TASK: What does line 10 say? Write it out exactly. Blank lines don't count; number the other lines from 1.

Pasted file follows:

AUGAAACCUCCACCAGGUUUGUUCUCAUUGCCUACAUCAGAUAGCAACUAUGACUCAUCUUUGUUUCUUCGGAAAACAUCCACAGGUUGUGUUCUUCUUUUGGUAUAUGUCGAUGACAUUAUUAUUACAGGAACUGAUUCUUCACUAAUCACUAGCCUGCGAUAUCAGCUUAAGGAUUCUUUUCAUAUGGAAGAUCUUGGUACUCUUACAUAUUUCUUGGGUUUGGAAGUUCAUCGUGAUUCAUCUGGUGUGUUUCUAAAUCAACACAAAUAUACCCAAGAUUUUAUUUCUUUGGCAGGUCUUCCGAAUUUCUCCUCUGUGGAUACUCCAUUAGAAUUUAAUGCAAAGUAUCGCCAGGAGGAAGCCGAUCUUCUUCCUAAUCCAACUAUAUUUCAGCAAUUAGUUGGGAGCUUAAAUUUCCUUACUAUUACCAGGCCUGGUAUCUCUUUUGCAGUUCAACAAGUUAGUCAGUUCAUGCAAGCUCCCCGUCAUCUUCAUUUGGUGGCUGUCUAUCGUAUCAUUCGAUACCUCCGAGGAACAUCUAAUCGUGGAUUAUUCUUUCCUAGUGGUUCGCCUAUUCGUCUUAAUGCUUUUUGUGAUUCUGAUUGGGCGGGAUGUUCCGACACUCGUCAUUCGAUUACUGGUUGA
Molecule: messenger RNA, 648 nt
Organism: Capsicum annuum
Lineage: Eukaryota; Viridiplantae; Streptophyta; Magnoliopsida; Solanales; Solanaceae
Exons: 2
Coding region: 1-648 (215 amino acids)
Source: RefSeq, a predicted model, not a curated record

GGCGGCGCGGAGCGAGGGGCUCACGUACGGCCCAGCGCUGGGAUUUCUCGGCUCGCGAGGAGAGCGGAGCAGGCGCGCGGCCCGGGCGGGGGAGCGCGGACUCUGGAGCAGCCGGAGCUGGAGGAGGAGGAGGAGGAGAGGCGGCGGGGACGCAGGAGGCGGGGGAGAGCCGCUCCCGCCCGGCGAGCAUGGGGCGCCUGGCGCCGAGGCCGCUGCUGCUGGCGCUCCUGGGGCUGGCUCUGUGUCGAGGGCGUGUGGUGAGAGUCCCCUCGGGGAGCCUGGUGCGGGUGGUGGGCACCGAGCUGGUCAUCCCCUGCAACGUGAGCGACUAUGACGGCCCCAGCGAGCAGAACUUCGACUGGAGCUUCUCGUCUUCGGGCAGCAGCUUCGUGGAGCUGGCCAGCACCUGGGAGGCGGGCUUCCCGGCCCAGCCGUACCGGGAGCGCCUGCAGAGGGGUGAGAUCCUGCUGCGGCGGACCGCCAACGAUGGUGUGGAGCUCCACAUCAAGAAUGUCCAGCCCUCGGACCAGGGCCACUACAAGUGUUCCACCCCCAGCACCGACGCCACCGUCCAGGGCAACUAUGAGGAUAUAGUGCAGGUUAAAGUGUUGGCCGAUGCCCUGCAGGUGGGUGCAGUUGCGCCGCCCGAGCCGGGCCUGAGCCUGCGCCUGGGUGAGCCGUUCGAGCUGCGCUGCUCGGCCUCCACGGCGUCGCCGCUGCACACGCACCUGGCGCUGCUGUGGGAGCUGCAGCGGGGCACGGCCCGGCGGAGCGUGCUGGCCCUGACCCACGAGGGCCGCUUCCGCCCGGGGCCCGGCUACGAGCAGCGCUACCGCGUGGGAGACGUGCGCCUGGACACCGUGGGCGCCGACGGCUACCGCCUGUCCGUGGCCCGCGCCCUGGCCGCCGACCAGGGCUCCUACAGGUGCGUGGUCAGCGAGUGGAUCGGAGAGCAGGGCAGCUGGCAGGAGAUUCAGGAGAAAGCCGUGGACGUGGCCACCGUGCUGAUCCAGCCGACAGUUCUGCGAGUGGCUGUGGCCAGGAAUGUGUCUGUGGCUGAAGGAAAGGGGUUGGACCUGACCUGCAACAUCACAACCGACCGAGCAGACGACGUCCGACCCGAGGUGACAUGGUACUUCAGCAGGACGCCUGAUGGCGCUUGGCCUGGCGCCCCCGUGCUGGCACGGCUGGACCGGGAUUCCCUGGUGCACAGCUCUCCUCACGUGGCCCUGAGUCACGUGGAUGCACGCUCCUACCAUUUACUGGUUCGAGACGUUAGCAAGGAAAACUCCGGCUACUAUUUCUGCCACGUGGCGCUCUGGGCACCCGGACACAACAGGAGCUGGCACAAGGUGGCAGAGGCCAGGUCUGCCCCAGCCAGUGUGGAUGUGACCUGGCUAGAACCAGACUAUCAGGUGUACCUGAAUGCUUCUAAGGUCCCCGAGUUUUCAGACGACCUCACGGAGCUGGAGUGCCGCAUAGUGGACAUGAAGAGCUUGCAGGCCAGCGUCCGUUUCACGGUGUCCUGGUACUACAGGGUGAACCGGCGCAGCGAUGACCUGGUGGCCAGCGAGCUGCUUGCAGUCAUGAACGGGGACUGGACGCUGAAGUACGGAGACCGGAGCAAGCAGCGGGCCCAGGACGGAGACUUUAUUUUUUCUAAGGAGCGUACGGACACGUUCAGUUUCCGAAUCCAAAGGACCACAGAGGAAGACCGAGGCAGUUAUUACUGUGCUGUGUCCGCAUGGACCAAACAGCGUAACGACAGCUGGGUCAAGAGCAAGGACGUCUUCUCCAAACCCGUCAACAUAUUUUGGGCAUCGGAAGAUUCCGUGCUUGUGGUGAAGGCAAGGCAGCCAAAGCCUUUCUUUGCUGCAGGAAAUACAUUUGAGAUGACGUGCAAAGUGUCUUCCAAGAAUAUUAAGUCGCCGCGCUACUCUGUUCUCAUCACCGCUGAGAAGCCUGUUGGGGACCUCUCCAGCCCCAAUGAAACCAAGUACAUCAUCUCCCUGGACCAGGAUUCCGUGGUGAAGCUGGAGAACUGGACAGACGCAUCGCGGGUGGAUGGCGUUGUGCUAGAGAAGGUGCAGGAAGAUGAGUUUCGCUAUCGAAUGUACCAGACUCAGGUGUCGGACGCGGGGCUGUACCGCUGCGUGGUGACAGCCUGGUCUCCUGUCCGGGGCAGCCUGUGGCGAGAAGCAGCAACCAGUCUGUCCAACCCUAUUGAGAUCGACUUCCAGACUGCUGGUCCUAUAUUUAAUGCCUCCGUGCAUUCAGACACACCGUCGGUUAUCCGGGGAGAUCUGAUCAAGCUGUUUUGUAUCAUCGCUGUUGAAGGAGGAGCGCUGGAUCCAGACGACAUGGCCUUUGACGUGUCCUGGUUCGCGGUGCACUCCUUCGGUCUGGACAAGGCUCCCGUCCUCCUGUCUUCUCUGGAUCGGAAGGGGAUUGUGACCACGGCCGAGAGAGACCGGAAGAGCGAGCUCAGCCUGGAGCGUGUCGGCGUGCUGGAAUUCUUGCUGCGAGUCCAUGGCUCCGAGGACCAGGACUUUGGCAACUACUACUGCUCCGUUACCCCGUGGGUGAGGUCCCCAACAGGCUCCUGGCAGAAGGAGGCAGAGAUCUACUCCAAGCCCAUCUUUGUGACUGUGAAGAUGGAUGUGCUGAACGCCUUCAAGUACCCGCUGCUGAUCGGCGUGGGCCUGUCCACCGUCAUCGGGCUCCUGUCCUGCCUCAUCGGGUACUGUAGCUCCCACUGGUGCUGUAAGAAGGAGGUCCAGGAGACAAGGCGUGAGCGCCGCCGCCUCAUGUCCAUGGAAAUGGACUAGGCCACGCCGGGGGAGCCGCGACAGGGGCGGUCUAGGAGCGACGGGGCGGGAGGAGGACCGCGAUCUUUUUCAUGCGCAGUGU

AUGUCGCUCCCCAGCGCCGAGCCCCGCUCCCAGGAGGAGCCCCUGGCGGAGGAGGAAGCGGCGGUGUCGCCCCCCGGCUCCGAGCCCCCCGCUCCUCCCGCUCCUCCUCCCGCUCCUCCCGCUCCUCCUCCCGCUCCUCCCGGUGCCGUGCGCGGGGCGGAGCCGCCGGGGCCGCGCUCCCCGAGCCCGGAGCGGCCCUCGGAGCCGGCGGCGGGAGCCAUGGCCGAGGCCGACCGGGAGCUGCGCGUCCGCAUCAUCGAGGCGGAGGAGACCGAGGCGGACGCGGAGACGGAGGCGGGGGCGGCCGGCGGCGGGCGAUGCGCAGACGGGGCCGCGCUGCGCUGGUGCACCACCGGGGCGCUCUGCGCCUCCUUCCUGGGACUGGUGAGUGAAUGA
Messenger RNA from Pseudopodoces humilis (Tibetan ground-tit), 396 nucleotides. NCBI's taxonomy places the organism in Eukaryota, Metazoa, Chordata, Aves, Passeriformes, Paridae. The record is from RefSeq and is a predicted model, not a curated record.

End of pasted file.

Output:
Messenger RNA from Pseudopodoces humilis (Tibetan ground-tit), 396 nucleotides. NCBI's taxonomy places the organism in Eukaryota, Metazoa, Chordata, Aves, Passeriformes, Paridae. The record is from RefSeq and is a predicted model, not a curated record.